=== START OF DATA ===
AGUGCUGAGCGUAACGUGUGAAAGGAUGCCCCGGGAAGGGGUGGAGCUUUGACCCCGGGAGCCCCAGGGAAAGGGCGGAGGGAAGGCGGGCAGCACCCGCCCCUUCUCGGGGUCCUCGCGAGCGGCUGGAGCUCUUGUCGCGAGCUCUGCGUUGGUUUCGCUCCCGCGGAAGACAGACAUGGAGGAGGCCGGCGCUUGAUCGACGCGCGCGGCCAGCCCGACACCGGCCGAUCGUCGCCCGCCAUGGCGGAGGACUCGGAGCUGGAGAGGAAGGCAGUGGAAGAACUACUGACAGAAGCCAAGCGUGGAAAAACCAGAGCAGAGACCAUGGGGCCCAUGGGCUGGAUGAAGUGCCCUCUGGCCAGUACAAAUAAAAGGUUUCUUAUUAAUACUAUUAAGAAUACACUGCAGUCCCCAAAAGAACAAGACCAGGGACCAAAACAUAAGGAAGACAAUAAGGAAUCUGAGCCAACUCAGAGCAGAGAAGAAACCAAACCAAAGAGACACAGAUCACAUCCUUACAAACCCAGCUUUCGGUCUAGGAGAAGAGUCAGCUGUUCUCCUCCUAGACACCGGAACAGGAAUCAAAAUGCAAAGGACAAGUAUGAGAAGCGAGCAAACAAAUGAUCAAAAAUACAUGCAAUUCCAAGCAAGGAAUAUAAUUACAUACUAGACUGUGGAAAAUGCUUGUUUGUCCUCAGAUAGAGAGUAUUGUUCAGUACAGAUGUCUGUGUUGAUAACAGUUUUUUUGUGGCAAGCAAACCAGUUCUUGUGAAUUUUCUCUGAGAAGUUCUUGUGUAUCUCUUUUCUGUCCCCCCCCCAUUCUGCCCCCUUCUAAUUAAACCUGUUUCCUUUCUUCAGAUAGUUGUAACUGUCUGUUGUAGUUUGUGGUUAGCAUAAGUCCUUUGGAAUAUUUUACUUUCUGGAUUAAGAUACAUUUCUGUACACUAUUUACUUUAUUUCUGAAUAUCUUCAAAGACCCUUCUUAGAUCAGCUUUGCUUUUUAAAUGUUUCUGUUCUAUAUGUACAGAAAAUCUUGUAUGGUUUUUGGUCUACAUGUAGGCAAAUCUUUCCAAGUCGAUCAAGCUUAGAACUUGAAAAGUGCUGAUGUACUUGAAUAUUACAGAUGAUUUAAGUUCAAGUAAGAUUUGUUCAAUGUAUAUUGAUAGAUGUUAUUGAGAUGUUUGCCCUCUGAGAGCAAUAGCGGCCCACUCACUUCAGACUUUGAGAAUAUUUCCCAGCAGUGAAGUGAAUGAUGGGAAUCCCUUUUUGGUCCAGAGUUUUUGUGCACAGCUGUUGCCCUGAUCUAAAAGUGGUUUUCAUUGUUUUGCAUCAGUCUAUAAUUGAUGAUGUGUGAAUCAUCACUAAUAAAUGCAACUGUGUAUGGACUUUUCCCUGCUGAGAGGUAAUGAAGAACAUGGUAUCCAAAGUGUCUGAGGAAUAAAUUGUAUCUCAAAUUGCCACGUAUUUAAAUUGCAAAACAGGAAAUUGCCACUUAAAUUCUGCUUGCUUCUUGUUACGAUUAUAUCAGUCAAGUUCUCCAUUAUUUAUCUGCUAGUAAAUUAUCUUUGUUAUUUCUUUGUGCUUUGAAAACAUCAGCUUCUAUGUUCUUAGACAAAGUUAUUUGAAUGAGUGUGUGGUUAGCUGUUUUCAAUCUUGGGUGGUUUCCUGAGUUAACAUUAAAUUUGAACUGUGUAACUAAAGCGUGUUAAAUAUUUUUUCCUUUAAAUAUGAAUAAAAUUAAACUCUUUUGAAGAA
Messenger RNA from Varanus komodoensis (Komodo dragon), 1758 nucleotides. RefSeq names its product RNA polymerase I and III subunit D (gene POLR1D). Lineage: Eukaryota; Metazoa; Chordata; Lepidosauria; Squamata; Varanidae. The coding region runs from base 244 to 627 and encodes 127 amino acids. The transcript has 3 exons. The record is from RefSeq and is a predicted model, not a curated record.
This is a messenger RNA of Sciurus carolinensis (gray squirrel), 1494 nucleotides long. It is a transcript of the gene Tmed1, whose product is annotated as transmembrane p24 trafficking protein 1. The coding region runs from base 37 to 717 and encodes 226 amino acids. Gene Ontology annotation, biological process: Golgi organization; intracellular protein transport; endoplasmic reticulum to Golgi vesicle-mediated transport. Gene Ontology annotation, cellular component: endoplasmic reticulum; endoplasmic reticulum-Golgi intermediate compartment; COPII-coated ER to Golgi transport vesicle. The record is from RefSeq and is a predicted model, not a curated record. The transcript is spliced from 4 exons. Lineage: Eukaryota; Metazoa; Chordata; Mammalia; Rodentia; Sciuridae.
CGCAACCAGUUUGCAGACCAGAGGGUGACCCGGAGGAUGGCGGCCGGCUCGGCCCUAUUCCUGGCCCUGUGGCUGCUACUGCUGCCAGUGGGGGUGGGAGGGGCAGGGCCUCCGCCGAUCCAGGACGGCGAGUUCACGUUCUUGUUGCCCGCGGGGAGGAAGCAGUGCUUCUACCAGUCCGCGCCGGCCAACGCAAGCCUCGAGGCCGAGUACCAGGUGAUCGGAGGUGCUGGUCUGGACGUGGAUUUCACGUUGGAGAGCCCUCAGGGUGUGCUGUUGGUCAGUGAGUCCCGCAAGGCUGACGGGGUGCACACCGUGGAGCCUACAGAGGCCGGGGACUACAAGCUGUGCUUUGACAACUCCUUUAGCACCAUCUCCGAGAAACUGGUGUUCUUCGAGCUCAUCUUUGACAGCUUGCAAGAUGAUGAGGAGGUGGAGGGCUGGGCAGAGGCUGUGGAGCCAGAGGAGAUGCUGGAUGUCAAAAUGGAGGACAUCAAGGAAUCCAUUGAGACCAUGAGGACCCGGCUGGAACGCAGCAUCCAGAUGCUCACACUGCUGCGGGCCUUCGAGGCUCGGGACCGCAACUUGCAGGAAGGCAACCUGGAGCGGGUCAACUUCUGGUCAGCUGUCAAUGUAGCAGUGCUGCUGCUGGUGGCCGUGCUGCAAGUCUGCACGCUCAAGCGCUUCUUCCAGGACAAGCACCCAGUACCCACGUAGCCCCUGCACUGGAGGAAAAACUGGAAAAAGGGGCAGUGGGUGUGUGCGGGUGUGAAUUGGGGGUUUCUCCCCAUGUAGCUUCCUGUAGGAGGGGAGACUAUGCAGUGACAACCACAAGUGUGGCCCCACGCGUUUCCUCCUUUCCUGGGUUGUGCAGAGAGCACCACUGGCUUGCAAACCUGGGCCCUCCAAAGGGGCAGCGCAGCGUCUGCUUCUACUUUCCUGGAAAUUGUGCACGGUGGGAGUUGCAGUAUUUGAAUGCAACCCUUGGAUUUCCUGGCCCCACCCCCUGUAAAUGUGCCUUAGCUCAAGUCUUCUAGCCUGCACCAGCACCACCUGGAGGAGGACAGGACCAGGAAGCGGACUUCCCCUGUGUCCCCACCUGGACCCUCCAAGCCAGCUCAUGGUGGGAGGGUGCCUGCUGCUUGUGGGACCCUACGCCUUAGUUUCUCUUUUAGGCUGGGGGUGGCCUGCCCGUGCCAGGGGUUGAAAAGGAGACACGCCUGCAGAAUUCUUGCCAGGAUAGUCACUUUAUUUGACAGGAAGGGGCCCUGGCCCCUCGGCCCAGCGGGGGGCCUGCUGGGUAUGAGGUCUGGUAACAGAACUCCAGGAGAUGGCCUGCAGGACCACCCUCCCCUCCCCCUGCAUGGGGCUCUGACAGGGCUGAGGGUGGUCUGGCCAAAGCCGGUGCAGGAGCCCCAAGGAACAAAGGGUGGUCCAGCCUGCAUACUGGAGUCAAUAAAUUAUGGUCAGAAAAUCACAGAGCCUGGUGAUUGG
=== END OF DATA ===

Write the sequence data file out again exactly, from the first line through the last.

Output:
AGUGCUGAGCGUAACGUGUGAAAGGAUGCCCCGGGAAGGGGUGGAGCUUUGACCCCGGGAGCCCCAGGGAAAGGGCGGAGGGAAGGCGGGCAGCACCCGCCCCUUCUCGGGGUCCUCGCGAGCGGCUGGAGCUCUUGUCGCGAGCUCUGCGUUGGUUUCGCUCCCGCGGAAGACAGACAUGGAGGAGGCCGGCGCUUGAUCGACGCGCGCGGCCAGCCCGACACCGGCCGAUCGUCGCCCGCCAUGGCGGAGGACUCGGAGCUGGAGAGGAAGGCAGUGGAAGAACUACUGACAGAAGCCAAGCGUGGAAAAACCAGAGCAGAGACCAUGGGGCCCAUGGGCUGGAUGAAGUGCCCUCUGGCCAGUACAAAUAAAAGGUUUCUUAUUAAUACUAUUAAGAAUACACUGCAGUCCCCAAAAGAACAAGACCAGGGACCAAAACAUAAGGAAGACAAUAAGGAAUCUGAGCCAACUCAGAGCAGAGAAGAAACCAAACCAAAGAGACACAGAUCACAUCCUUACAAACCCAGCUUUCGGUCUAGGAGAAGAGUCAGCUGUUCUCCUCCUAGACACCGGAACAGGAAUCAAAAUGCAAAGGACAAGUAUGAGAAGCGAGCAAACAAAUGAUCAAAAAUACAUGCAAUUCCAAGCAAGGAAUAUAAUUACAUACUAGACUGUGGAAAAUGCUUGUUUGUCCUCAGAUAGAGAGUAUUGUUCAGUACAGAUGUCUGUGUUGAUAACAGUUUUUUUGUGGCAAGCAAACCAGUUCUUGUGAAUUUUCUCUGAGAAGUUCUUGUGUAUCUCUUUUCUGUCCCCCCCCCAUUCUGCCCCCUUCUAAUUAAACCUGUUUCCUUUCUUCAGAUAGUUGUAACUGUCUGUUGUAGUUUGUGGUUAGCAUAAGUCCUUUGGAAUAUUUUACUUUCUGGAUUAAGAUACAUUUCUGUACACUAUUUACUUUAUUUCUGAAUAUCUUCAAAGACCCUUCUUAGAUCAGCUUUGCUUUUUAAAUGUUUCUGUUCUAUAUGUACAGAAAAUCUUGUAUGGUUUUUGGUCUACAUGUAGGCAAAUCUUUCCAAGUCGAUCAAGCUUAGAACUUGAAAAGUGCUGAUGUACUUGAAUAUUACAGAUGAUUUAAGUUCAAGUAAGAUUUGUUCAAUGUAUAUUGAUAGAUGUUAUUGAGAUGUUUGCCCUCUGAGAGCAAUAGCGGCCCACUCACUUCAGACUUUGAGAAUAUUUCCCAGCAGUGAAGUGAAUGAUGGGAAUCCCUUUUUGGUCCAGAGUUUUUGUGCACAGCUGUUGCCCUGAUCUAAAAGUGGUUUUCAUUGUUUUGCAUCAGUCUAUAAUUGAUGAUGUGUGAAUCAUCACUAAUAAAUGCAACUGUGUAUGGACUUUUCCCUGCUGAGAGGUAAUGAAGAACAUGGUAUCCAAAGUGUCUGAGGAAUAAAUUGUAUCUCAAAUUGCCACGUAUUUAAAUUGCAAAACAGGAAAUUGCCACUUAAAUUCUGCUUGCUUCUUGUUACGAUUAUAUCAGUCAAGUUCUCCAUUAUUUAUCUGCUAGUAAAUUAUCUUUGUUAUUUCUUUGUGCUUUGAAAACAUCAGCUUCUAUGUUCUUAGACAAAGUUAUUUGAAUGAGUGUGUGGUUAGCUGUUUUCAAUCUUGGGUGGUUUCCUGAGUUAACAUUAAAUUUGAACUGUGUAACUAAAGCGUGUUAAAUAUUUUUUCCUUUAAAUAUGAAUAAAAUUAAACUCUUUUGAAGAA
Messenger RNA from Varanus komodoensis (Komodo dragon), 1758 nucleotides. RefSeq names its product RNA polymerase I and III subunit D (gene POLR1D). Lineage: Eukaryota; Metazoa; Chordata; Lepidosauria; Squamata; Varanidae. The coding region runs from base 244 to 627 and encodes 127 amino acids. The transcript has 3 exons. The record is from RefSeq and is a predicted model, not a curated record.
This is a messenger RNA of Sciurus carolinensis (gray squirrel), 1494 nucleotides long. It is a transcript of the gene Tmed1, whose product is annotated as transmembrane p24 trafficking protein 1. The coding region runs from base 37 to 717 and encodes 226 amino acids. Gene Ontology annotation, biological process: Golgi organization; intracellular protein transport; endoplasmic reticulum to Golgi vesicle-mediated transport. Gene Ontology annotation, cellular component: endoplasmic reticulum; endoplasmic reticulum-Golgi intermediate compartment; COPII-coated ER to Golgi transport vesicle. The record is from RefSeq and is a predicted model, not a curated record. The transcript is spliced from 4 exons. Lineage: Eukaryota; Metazoa; Chordata; Mammalia; Rodentia; Sciuridae.
CGCAACCAGUUUGCAGACCAGAGGGUGACCCGGAGGAUGGCGGCCGGCUCGGCCCUAUUCCUGGCCCUGUGGCUGCUACUGCUGCCAGUGGGGGUGGGAGGGGCAGGGCCUCCGCCGAUCCAGGACGGCGAGUUCACGUUCUUGUUGCCCGCGGGGAGGAAGCAGUGCUUCUACCAGUCCGCGCCGGCCAACGCAAGCCUCGAGGCCGAGUACCAGGUGAUCGGAGGUGCUGGUCUGGACGUGGAUUUCACGUUGGAGAGCCCUCAGGGUGUGCUGUUGGUCAGUGAGUCCCGCAAGGCUGACGGGGUGCACACCGUGGAGCCUACAGAGGCCGGGGACUACAAGCUGUGCUUUGACAACUCCUUUAGCACCAUCUCCGAGAAACUGGUGUUCUUCGAGCUCAUCUUUGACAGCUUGCAAGAUGAUGAGGAGGUGGAGGGCUGGGCAGAGGCUGUGGAGCCAGAGGAGAUGCUGGAUGUCAAAAUGGAGGACAUCAAGGAAUCCAUUGAGACCAUGAGGACCCGGCUGGAACGCAGCAUCCAGAUGCUCACACUGCUGCGGGCCUUCGAGGCUCGGGACCGCAACUUGCAGGAAGGCAACCUGGAGCGGGUCAACUUCUGGUCAGCUGUCAAUGUAGCAGUGCUGCUGCUGGUGGCCGUGCUGCAAGUCUGCACGCUCAAGCGCUUCUUCCAGGACAAGCACCCAGUACCCACGUAGCCCCUGCACUGGAGGAAAAACUGGAAAAAGGGGCAGUGGGUGUGUGCGGGUGUGAAUUGGGGGUUUCUCCCCAUGUAGCUUCCUGUAGGAGGGGAGACUAUGCAGUGACAACCACAAGUGUGGCCCCACGCGUUUCCUCCUUUCCUGGGUUGUGCAGAGAGCACCACUGGCUUGCAAACCUGGGCCCUCCAAAGGGGCAGCGCAGCGUCUGCUUCUACUUUCCUGGAAAUUGUGCACGGUGGGAGUUGCAGUAUUUGAAUGCAACCCUUGGAUUUCCUGGCCCCACCCCCUGUAAAUGUGCCUUAGCUCAAGUCUUCUAGCCUGCACCAGCACCACCUGGAGGAGGACAGGACCAGGAAGCGGACUUCCCCUGUGUCCCCACCUGGACCCUCCAAGCCAGCUCAUGGUGGGAGGGUGCCUGCUGCUUGUGGGACCCUACGCCUUAGUUUCUCUUUUAGGCUGGGGGUGGCCUGCCCGUGCCAGGGGUUGAAAAGGAGACACGCCUGCAGAAUUCUUGCCAGGAUAGUCACUUUAUUUGACAGGAAGGGGCCCUGGCCCCUCGGCCCAGCGGGGGGCCUGCUGGGUAUGAGGUCUGGUAACAGAACUCCAGGAGAUGGCCUGCAGGACCACCCUCCCCUCCCCCUGCAUGGGGCUCUGACAGGGCUGAGGGUGGUCUGGCCAAAGCCGGUGCAGGAGCCCCAAGGAACAAAGGGUGGUCCAGCCUGCAUACUGGAGUCAAUAAAUUAUGGUCAGAAAAUCACAGAGCCUGGUGAUUGG